Ethical fashion has been lurking in the back of my mind for a few years but I only recently discovered Lucy Siegle. She never registered on my radar before, probably because living in France obscured my vision of most British cultural developments… Lucy is a journalist and writes a weekly column on ethical living in the Observer. She’s also on telly, currently as a reporter on the BBC 1 programme, The One Show, and has written two books. The second book, To Die For: Is Fashion Wearing Out the World?, documents the current state of global clothing production. If my copy (photo above) looks a little battered, it’s because it’s been in my handbag for the past seven weeks – this is not exactly light reading, despite its novelesque size.
Lucy researches the complex clothing supply chain, from growing raw materials to treating, dyeing and sewing final products. She also explores the environmental impact of clothing production, including the poisoned Ganges in Kanpur and the desertification of the Aral Sea, as well as reporting on the daily struggles of the average garment worker in India, China and beyond.
For all this research however, the book moves from topic to topic quite quickly. This is both a good and a bad thing. While providing a general overview for novices, there’s also some serious detail for those already well-versed in the clothing supply chain. Lucy looks at the system from many angles, including government policies and flawed auditing, in a clear and concise way, but I find myself wanting to know more about everything. In saying that, the book is replete with an astounding amount of facts and figures and sneaks in some really specific information. For example, I didn’t know what mulesing, salaula or perc were before, and now I do. Likewise, the inclusion of historical information and trends gives context to each of the aspects explored. I imagine Lucy has a library of collated information and I dream of a day when she publishes the encyclopaedic version of this book (unrealistic, I know). Meanwhile, I think the publication really reflects ethical fashion’s current standing. Although some progress has been made, we are very much at the beginning of this process of change, and a book that dips its toe in each area expresses this reality.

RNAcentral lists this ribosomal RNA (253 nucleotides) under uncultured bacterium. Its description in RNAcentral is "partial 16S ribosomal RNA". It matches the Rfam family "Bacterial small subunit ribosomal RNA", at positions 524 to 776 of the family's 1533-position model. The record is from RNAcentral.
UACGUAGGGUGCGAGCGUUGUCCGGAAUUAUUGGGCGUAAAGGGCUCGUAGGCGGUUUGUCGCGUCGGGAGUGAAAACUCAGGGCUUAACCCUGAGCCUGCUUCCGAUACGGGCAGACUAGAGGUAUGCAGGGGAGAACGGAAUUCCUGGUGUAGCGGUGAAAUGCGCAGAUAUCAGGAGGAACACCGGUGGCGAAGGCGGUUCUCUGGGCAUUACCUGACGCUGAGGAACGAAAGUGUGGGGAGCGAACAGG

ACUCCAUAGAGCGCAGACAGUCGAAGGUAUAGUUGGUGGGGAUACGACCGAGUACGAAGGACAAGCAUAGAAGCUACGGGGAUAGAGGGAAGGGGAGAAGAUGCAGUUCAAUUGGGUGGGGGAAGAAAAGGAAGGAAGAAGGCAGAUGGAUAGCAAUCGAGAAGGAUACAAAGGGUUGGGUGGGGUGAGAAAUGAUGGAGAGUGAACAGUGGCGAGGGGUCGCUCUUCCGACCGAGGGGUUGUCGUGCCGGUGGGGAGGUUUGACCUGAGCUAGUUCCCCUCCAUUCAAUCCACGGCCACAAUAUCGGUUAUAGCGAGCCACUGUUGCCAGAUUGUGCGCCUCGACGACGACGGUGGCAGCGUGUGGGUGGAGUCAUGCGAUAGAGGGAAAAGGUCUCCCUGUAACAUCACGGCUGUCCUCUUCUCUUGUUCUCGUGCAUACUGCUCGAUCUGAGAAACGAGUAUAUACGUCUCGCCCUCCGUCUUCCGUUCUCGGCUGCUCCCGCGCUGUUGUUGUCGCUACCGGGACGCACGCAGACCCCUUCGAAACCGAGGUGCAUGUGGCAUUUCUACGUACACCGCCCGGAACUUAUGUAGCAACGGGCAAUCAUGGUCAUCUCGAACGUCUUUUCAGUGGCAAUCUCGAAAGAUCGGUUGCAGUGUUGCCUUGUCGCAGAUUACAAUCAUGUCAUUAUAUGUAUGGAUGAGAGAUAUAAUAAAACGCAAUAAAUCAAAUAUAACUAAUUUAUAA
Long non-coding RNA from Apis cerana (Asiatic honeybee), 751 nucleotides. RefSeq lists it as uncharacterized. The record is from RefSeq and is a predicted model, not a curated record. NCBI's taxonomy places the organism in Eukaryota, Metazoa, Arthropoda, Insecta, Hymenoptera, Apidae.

Siegle has been accused of forensic levels of investigation into the infinite processes of production and while they might seem tedious to some, the truth is, if we are to effectuate real change, we must discover exactly what’s going on and the ramifications of current practices. The information is blunt and relentless however, it ranges from human exploitation to irreversible environmental destruction. About halfway through, I felt like I was drowning in toxic sludge myself, and that the problems were insurmountable or certainly beyond the realms of my control. There are hopeful moments of clarity though, and Siegle’s straight-talking writing style just about keeps the book buoyant, while an honest portrayal of her own less-than-perfect wardrobe is cheery and realistic. Rather contrary to the rest of the book, the last few chapters focus on practical solutions and ways in which the individual can reform this fast-fashion extravaganza. Most of this section was not news to me, but is a very useful guide for anyone wishing to change the landscape of his or her wardrobe.
Overall it is a fascinating read and a real eye-opener, whether you are interested in ethical fashion or are unburdened by injustices in the garment industry. My favourite thing about this book is, while Siegle expresses anger and frustration, her approach is generally balanced and offers the facts without judgement at several points, notably with regards to fur and animal management. This is the new face of ethical fashion, one that focuses on education and encourages the consumer to make informed choices.
I bought the book at Brick Lane Bookshop and I’m sure it’s available online. If anyone else has read it, please chime in with your comments below.